Shifting Perspectives: Enhancing Healthcare Professionals' Awareness Through a Disability Studies Undergraduate Curriculum

Kathleen McGoldrick, Deborah Zelizer, Sharon A. Ray


Disability Studies has experienced steady growth in the humanities, the social sciences, and education departments of a growing number of United States colleges and universities. One area of study that has remained static is undergraduate health science, where the number of schools offering a degree in disability studies has grown slightly from two in 2009 (Cushing & Smith, 2009b; Taylor & Zubal-Ruggieri, 2013) to four in 2015 (Zubal-Ruggieri, 2015). Some disability scholars believe that health science students are missing out on an opportunity to incorporate this perspective into their outlook and approach to disability. Longmore (1991) believes that "students interested in healthcare . . . need to have the opportunity to study this [disability] in the same way that they have the opportunity to study women's history or African American history or Asian history" (Stanford University News Service, Silent Screen Villains section, para.12).  This opportunity can shape a group of healthcare professionals who view disability from a unique individual perspective. The purpose of this survey research study was to examine alumni self-perception of the impact of completing a one-semester (16 credit) disability studies concentration in an undergraduate health science major. Fifty-one alumni from a New York area public research 1 level university who graduated between 2006 and 2012 with a Bachelor of Science in Health Science and a concentration in Disability Studies were surveyed to examine their perception of the helpfulness of the curriculum in four areas: practice and/or post-graduate study, comfort level interacting with people with disability, confidence level in ability to work with people with disability, and sensitivity and awareness of disability issues. This survey research study used descriptive statistics to analyze the responses to 10 Likert questions. The paper also includes comments from one open-ended question that allowed respondents to add additional thoughts and comments. The results strongly indicated that the health science alumni perceived a positive increase in the four focus areas as a result of completing the disability studies concentration.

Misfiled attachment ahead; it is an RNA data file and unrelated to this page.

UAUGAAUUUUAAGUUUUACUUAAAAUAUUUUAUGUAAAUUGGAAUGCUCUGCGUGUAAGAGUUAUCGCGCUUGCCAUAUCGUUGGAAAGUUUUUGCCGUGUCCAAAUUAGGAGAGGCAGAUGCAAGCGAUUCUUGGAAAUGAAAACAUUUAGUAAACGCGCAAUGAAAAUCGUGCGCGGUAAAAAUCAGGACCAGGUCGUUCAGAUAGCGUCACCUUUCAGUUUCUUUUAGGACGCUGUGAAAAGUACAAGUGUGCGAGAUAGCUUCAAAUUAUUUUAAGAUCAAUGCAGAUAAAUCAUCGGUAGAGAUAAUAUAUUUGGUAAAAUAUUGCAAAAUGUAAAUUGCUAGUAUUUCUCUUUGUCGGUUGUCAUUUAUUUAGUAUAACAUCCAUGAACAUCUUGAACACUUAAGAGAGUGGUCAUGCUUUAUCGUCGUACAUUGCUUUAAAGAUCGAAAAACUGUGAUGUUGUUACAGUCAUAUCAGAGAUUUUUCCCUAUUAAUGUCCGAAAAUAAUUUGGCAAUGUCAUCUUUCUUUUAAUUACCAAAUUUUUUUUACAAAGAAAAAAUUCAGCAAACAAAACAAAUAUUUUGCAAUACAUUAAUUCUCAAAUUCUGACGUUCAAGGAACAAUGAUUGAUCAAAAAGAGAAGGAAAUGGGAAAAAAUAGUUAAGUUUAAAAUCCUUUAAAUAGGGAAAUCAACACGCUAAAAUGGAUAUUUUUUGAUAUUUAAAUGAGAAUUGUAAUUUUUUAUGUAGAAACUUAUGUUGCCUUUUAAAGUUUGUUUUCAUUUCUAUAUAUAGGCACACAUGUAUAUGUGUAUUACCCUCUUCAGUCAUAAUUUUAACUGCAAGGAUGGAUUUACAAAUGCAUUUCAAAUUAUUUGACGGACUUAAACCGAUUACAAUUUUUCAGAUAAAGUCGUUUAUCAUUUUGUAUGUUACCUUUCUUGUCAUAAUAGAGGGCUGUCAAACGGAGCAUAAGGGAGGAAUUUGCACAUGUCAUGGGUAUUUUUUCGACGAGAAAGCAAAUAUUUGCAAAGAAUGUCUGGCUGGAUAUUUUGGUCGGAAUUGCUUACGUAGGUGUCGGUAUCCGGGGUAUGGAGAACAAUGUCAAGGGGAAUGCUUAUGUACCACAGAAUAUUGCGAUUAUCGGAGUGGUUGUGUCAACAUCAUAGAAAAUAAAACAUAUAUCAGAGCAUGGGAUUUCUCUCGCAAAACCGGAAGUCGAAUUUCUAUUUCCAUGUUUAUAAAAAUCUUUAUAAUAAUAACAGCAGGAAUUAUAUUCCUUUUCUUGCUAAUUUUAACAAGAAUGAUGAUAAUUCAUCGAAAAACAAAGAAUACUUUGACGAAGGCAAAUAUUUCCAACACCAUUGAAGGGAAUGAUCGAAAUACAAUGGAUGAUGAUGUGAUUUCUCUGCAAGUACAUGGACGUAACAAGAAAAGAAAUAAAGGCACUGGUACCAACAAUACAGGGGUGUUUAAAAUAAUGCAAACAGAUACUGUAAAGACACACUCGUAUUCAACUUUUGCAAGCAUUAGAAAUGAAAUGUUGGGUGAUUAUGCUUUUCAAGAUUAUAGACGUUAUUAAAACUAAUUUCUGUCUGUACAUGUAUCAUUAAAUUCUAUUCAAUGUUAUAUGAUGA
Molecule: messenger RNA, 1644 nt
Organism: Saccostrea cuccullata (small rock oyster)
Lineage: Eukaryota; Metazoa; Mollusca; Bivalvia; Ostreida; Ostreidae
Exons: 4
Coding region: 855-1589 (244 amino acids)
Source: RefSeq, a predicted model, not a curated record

Disability Studies, Health Science, Undergraduate Programs, Disability Studies Curriculum

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